Articles Posted in Non marital property

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When two people get married, it often makes sense to combine finances. Spouses open joint bank accounts and combine their incomes to help each other pay off debts–both pre-existing debts and new ones acquired during the marriage. In many situations, spouses may depend on one another to be able to cover their monthly bills. This can all lead to a messy situation if the spouses decide to get divorced.

During a divorce, Florida law requires the fair and equitable division of all jointly-owned property and this law applies to debts, as well. However, dividing up debts can be complex, especially if some debts are owned individually and others jointly. The name on the debt does not always mean that person will be solely responsible for the payments, however, and it is important to discuss debt division with an experienced divorce attorney who understands the relevant law. The following is some brief information regarding the division of certain debts in divorce:

Student Loans

Student loans are often individual debts unless the spouses cosigned on the loans or the loans were acquired during the marriage. In such cases, the loans would be considered marital debt and you may be held responsible for sharing the payment unless you and your spouse can agree otherwise. However, even if you agree that your spouse will be responsible for the loans, your name will likely remain on the loans and any failure to repay could affect your credit. Continue reading →

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698266_rings.jpgThe age old question, which invariably comes up time and time again. The answer to this question is determined by examining the reason why an engagement ring is given by one party to the other.

An engagement ring is a gift made upon the implied condition that a marriage is to occur. If a marriage does in fact occur, the courts will most likely follow the general rule that engagement rings are not marital assets subject to equitable distribution. Rather, they are the separate property of the recipient.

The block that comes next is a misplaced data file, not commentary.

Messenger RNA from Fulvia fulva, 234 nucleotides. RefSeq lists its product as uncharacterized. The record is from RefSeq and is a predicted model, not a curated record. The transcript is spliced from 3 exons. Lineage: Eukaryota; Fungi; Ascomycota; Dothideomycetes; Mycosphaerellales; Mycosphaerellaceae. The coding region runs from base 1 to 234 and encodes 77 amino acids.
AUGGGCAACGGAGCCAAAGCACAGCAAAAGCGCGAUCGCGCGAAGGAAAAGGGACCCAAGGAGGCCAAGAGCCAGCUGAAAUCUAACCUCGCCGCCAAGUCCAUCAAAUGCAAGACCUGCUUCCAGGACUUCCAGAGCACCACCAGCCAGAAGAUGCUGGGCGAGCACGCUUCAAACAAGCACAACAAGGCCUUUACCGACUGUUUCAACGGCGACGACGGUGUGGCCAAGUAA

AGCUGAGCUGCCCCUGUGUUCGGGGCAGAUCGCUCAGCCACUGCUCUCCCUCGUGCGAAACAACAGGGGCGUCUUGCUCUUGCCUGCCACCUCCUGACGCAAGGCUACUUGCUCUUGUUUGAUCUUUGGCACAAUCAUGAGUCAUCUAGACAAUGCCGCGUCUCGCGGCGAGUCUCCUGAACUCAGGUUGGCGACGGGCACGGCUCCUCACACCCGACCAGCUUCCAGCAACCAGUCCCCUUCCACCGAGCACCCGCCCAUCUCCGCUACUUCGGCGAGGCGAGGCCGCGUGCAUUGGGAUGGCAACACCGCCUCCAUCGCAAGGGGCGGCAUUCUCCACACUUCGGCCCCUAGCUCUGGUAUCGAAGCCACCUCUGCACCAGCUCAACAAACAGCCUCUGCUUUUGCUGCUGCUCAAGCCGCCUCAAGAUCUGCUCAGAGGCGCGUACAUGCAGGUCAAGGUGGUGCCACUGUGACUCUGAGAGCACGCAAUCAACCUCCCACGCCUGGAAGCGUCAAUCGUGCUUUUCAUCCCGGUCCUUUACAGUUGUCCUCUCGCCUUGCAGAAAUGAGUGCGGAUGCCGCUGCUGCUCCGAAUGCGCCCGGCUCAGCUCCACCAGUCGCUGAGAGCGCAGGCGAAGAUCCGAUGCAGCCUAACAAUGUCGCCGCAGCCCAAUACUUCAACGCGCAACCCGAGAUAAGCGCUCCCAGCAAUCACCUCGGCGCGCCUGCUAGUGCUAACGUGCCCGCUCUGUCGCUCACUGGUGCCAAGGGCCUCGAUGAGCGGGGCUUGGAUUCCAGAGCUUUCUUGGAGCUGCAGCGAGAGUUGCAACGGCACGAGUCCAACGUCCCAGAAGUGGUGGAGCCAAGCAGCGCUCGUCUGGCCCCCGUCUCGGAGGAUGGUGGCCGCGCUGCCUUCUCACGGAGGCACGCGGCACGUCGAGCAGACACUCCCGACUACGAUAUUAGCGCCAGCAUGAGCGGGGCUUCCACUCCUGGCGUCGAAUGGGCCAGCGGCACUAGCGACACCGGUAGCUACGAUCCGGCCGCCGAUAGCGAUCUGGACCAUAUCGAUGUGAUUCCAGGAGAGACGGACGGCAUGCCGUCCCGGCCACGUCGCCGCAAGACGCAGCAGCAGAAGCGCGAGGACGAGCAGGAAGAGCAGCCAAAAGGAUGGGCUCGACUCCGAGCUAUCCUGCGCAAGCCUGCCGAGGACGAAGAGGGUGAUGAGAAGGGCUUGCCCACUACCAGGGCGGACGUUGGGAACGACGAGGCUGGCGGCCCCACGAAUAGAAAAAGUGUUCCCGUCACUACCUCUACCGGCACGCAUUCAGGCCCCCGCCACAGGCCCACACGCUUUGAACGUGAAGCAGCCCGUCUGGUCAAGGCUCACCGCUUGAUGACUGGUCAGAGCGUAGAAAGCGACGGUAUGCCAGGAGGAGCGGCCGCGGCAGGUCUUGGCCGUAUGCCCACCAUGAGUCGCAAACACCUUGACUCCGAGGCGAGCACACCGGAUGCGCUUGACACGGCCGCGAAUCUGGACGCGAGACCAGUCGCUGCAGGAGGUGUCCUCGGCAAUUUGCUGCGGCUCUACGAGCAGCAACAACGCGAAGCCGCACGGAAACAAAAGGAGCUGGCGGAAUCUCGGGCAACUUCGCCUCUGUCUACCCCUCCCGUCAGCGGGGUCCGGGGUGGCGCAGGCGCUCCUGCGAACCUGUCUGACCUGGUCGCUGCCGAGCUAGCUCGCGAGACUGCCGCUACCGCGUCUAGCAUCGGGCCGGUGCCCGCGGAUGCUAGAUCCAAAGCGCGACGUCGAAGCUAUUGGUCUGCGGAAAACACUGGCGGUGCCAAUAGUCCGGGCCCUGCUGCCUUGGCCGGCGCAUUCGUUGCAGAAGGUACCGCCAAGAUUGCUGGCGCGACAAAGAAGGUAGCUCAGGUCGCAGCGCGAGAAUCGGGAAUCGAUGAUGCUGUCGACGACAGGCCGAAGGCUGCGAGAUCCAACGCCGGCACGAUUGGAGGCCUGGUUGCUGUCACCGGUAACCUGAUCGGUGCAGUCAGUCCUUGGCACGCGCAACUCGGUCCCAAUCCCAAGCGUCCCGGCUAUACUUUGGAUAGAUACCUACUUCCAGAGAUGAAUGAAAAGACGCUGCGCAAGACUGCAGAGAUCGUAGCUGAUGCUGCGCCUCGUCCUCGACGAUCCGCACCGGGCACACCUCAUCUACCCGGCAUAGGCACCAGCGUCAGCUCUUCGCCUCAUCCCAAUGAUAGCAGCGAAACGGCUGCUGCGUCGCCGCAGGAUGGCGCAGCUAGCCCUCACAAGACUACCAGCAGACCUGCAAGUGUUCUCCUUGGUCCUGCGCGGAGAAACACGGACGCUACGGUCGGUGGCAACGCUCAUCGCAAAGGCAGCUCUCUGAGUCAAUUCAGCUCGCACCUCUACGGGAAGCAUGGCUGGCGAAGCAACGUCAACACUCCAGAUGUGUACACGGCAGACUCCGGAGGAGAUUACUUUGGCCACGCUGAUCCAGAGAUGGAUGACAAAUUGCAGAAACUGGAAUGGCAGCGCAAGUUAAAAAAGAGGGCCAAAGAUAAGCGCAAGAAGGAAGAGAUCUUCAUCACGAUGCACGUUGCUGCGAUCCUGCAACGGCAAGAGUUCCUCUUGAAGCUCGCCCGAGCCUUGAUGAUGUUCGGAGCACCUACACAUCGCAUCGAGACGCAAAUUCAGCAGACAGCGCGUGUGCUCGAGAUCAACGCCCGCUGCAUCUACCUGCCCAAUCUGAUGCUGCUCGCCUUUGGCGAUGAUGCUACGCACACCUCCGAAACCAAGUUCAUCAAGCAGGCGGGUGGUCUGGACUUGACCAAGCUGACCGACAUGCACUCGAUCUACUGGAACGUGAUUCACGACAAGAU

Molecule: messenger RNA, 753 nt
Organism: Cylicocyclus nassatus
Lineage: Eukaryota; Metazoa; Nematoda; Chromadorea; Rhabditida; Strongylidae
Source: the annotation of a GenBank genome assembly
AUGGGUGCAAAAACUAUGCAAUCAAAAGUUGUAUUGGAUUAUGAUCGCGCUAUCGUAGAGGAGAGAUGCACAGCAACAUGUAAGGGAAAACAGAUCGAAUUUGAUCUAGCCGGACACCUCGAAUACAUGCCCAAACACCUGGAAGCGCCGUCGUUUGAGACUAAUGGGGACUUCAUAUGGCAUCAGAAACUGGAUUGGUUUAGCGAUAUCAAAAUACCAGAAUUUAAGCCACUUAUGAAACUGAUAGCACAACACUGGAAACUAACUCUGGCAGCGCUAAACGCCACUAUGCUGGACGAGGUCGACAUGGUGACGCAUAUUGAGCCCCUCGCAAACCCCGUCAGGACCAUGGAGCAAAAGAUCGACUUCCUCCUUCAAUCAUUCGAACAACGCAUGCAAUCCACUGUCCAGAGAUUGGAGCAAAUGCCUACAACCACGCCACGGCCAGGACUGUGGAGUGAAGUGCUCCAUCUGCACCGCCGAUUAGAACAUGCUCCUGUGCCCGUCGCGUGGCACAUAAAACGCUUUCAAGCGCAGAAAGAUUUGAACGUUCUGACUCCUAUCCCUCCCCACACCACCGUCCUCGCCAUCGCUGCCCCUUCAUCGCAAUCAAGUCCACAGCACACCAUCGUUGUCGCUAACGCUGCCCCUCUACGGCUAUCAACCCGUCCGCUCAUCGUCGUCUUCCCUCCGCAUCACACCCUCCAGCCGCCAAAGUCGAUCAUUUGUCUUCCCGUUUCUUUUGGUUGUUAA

In the event a marriage does not occur, the chances are much better for recovery of the ring, since it was conditioned upon the subsequent marriage.

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desktop stock screen board.jpgIn every dissolution of marriage action, marital assets must be identified and valued. The critical question that is in dispute often times becomes as of what date are those assets to be valued?

Section 61.075(6), Florida Statutes (2004), provides a bright line rule for classifying marital assets and liabilities. Absent a valid separation agreement, the cut-off date for classifying marital assets is the date of filing the petition for dissolution of marriage. Schmitz v. Schmitz, 950 So.2d 462, 463 (Fla. 4th DCA 2007).

Often times, it is a much easier task to identify those assets which are marital, then it is to value them. The case of Odak v. Vitrano, 35 Fla. L. Weekly D1957a (2010) is instructive on this point.

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Generally speaking, the answer is no. Settlements from personal injuries are the separate property of the injured person. A portion of an award, if itemized to cover lost wages, or if awarded for loss of consortium, may be considered as a marital asset. Rarely is a settlement itemized, breaking down how the total was derived. See Mazzorana v. Mazzorana, 703 So. 2d 1187, 1189 (Fla. 3d DCA 1997).

When a personal injury settlement is commingled with other funds which are marital, or which are placed into a joint account, the situation becomes much more challenging for a trial judge. This was the very situation which presented itself in the case of Valentine v. Van Sickle, 35 Fla. L. Weekly D1663a, 2d DCA 2010.

In the Valentine case, when the husband was out of town, the wife created a new joint account and deposited the personal injury settlement check into the joint account. A portion of the funds were used to pay marital debts. At some point down the road, the wife transferred all of the money into a bank account in her own name.